Germantown Mennonite Church (Philadelphia, Pennsylvania, USA)
During the early 1800s the old Germantown congregation gradually declined. In the division of 1847 in the Franconia Conference the remaining handful of members sided with the new Eastern District Conference led by John H. Oberholtzer and Abraham Hunsicker. In 1851, when the Hunsicker group broke with the new conference, the congregation stayed with Hunsicker. During the next years the preachers were Abraham Hunsicker, Henry Hunsicker, F. R. S. Hunsicker, and Israel Beidler. In 1863 the congregation was formally reorganized with 13 members. Finally in 1876, after the death of Beidler, the congregation returned to the Eastern District Conference and continued weekly worship throughout the years since then. Ministers from 1876 to the 1950s were John A. Haldeman, N. B. Grubb, W. MacArthur, H. Frederick, A. Funk, S. M. Grubb, S. Musselman, F. Gabel, J. Bayley, A. S. Shelly, H. Landes, W. Wolfe, and R. Brewer.
The 1770 meetinghouse, the oldest Mennonite meetinghouse in America, is located with its ancient burial ground along historic Germantown Avenue at Herman Street (6117) in Germantown, now incorporated in North Philadelphia. In 1916 an addition was built to the meetinghouse. Though the membership in the 1950s was only 37 there was a renewal of interest and life in the congregation. The interior of the meetinghouse was largely restored to its colonial simplicity in 1952. To preserve and promote it as a Mennonite "shrine" the incorporated ownership of the meetinghouse and grounds was transferred into the hands of a Germantown Mennonite Church Trust, composed of representatives of the congregation, the Eastern District Conference, and the General Conference Mennonite Church. -- JHF
In 1970 the trust reorganized to include delegates from the General Conference Mennonites, Mennonite Church, Eastern District Conference, Franconia Conference and the local Germantown Mennonite Congregation. In the 1970s the affiliation with the Franconia Mennonite Conference was reinstated, and Germantown became an early "dual-conference" Mennonite congregation with membership in the General Conference Mennonite Church and the Mennonite Church. In 1987 the congregation began renting space from neighboring facilities and in 1993 purchased a building at 21 West Washington Lane.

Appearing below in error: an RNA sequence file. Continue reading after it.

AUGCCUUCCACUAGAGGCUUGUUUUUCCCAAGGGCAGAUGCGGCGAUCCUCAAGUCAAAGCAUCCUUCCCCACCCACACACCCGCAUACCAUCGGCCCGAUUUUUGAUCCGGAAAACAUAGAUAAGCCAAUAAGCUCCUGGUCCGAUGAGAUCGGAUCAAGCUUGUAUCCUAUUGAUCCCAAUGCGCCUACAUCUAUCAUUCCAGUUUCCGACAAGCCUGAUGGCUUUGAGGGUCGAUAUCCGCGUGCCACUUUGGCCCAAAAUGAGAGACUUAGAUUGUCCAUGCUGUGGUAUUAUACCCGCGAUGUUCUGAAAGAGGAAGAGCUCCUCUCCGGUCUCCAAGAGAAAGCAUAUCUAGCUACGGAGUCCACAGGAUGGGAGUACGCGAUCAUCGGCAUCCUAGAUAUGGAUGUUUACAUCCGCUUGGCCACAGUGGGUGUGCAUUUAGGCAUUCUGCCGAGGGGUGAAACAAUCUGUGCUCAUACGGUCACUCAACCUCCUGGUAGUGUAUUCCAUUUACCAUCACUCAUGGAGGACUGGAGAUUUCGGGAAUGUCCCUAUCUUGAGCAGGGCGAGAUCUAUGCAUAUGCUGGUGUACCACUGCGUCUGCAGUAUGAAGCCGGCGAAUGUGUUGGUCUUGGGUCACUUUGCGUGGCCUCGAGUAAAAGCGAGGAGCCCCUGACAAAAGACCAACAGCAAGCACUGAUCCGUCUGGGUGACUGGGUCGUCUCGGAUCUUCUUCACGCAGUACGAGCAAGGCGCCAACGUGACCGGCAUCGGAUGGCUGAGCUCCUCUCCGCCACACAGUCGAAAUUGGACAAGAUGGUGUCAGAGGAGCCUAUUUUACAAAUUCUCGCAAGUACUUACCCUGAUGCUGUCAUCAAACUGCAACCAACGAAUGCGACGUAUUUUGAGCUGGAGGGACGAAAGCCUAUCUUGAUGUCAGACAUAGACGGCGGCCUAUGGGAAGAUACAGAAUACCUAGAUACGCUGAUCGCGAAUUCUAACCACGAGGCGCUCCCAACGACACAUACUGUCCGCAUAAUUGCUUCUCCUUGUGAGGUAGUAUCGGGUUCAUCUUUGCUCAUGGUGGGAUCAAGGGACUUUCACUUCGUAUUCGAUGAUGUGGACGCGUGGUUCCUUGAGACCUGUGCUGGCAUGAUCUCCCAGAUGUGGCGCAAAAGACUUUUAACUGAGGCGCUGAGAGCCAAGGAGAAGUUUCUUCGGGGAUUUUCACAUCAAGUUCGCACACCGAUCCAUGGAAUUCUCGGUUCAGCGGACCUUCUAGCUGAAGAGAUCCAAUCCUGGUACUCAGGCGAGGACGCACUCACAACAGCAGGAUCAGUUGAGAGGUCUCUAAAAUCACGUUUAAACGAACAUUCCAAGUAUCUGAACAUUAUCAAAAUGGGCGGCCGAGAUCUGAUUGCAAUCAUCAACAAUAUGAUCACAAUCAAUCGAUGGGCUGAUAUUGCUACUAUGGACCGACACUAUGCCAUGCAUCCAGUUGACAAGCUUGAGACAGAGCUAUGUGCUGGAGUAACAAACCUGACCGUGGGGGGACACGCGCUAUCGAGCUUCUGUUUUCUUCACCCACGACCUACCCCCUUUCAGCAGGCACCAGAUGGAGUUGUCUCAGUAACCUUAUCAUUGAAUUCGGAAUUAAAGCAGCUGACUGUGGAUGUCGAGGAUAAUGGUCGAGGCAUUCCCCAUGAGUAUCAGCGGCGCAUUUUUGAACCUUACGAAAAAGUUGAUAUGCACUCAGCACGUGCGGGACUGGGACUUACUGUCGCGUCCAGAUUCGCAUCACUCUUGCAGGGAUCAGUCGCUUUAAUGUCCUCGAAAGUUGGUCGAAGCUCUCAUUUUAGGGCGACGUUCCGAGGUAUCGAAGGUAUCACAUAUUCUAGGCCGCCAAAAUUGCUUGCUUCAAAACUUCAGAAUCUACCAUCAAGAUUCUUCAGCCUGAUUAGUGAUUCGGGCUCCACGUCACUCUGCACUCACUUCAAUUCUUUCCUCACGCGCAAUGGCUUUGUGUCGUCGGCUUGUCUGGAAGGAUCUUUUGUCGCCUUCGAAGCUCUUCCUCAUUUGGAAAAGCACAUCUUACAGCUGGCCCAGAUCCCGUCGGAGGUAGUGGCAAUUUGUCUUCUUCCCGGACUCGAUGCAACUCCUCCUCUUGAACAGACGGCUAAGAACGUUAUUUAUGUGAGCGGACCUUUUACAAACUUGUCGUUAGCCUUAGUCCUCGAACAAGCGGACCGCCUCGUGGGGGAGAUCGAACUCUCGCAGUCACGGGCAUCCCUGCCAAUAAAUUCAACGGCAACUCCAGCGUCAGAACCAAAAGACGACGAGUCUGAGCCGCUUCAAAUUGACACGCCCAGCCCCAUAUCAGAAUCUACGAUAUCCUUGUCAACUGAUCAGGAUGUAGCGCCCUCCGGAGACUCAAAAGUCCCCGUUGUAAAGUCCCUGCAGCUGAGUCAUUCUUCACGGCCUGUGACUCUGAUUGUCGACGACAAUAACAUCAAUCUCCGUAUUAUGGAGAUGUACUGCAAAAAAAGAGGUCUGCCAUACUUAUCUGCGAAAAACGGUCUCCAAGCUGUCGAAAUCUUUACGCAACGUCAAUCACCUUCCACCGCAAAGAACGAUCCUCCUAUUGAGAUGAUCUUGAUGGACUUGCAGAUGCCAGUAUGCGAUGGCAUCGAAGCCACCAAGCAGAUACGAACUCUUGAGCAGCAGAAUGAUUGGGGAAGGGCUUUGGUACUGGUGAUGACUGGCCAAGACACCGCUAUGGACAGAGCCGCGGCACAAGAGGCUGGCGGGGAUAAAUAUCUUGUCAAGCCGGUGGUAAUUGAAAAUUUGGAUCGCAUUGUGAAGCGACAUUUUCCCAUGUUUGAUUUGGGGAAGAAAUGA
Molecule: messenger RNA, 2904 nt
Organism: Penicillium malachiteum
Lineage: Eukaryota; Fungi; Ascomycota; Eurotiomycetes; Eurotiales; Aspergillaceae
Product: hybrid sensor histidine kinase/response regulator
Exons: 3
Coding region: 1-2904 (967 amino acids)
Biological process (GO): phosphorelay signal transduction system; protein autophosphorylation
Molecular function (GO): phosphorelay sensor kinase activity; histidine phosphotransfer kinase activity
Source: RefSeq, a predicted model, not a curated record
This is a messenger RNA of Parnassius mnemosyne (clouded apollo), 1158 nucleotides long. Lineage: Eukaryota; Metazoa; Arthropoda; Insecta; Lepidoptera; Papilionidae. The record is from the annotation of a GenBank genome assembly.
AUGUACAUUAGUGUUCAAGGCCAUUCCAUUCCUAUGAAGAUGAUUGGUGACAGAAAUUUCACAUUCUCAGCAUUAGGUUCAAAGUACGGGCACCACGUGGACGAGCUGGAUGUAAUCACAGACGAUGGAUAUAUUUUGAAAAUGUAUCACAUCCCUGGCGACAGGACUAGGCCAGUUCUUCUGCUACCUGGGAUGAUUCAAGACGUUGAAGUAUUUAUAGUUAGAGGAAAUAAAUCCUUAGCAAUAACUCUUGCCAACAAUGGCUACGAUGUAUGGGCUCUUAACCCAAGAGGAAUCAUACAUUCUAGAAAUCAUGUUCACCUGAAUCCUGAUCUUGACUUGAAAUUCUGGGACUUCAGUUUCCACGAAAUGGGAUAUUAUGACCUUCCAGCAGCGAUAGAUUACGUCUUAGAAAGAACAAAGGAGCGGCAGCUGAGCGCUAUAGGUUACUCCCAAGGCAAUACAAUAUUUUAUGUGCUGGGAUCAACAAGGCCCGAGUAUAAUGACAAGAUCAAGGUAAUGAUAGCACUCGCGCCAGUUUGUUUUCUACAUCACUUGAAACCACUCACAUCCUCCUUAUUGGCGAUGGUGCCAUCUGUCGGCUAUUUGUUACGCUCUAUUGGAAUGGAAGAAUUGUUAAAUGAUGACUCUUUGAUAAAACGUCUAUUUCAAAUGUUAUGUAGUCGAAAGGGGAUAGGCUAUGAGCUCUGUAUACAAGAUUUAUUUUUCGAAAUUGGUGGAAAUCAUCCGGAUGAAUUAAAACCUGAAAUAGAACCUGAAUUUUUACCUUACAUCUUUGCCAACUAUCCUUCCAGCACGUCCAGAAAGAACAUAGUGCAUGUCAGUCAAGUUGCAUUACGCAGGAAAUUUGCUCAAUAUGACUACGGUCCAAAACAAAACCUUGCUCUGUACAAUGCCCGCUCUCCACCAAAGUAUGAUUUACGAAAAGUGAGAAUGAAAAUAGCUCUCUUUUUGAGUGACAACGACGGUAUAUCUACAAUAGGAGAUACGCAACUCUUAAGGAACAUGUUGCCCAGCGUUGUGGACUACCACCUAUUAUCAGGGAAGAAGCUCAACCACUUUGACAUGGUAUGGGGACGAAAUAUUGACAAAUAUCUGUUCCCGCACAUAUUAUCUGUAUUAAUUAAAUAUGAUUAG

Germantown, in the last decades of the 20th century, became a congregation that welcomed full inclusion of sexual minorities into membership. Because of this position, the congregation was removed as member of the Franconia Conference in 1997 and as a member of the Eastern District Conference in November 2002. Germantown continued as an independent Mennonite congregation. -- SJS
See also Germantown Mennonite Settlement
Bender, Harold S. "The Founding of the Mennonite Church in America at Germantown 1683-1708." Mennonite Quarterly Review 7 (1933) 227-250.
Bender, Harold S. "Was William Rittenhouse the First Mennonite Bishop in America?" Mennonite Quarterly Review 7 (1933): 42-47.
Cassel, Daniel Kolb. History of the Mennonites: historically and biographically arranged from the time of the Reformation, more particularly from the time of their emigration to America, containing sketches of the oldest meeting houses and prominent ministers ; also their confession of faith, adopted at Dortrecht, in 1621. Philadelphia: Daniel K. Cassel, 1888.
Germantown Mennonite Church. "Relationship to the Mennonite Church." 2007. Accessed 18 October 2007. <http://germantownmennonite.org/index.php?screen=menu&choice=about.mennonite_church>
Germantown Mennonite Historic Trust. "Significant Dates in The History of Mennonites in Germantown." 2004. Accessed 18 October 2007. <http://www.meetinghouse.info/sigdates.html>
Grubb, N. B. The Mennonite Church of Germantown. Philadelphia, PA, 1906.
Wenger, John Christian. History of the Mennonite: of the Franconia Conference. Telford, PA, 1937. See chapter I (Part II, Congregational Histories) "Germantown," 87-95.
Germantown Mennonite Church website
Germantown Mennonite Historic Trust website
|Author(s)||Harold S., J. Herbert Fretz Bender|
Cite This Article
Bender, Harold S., J. Herbert Fretz and Sam Steiner. "Germantown Mennonite Church (Philadelphia, Pennsylvania, USA)." Global Anabaptist Mennonite Encyclopedia Online. 2007. Web. 18 Aug 2017. http://gameo.org/index.php?title=Germantown_Mennonite_Church_(Philadelphia,_Pennsylvania,_USA)&oldid=91902.
Bender, Harold S., J. Herbert Fretz and Sam Steiner. (2007). Germantown Mennonite Church (Philadelphia, Pennsylvania, USA). Global Anabaptist Mennonite Encyclopedia Online. Retrieved 18 August 2017, from http://gameo.org/index.php?title=Germantown_Mennonite_Church_(Philadelphia,_Pennsylvania,_USA)&oldid=91902.
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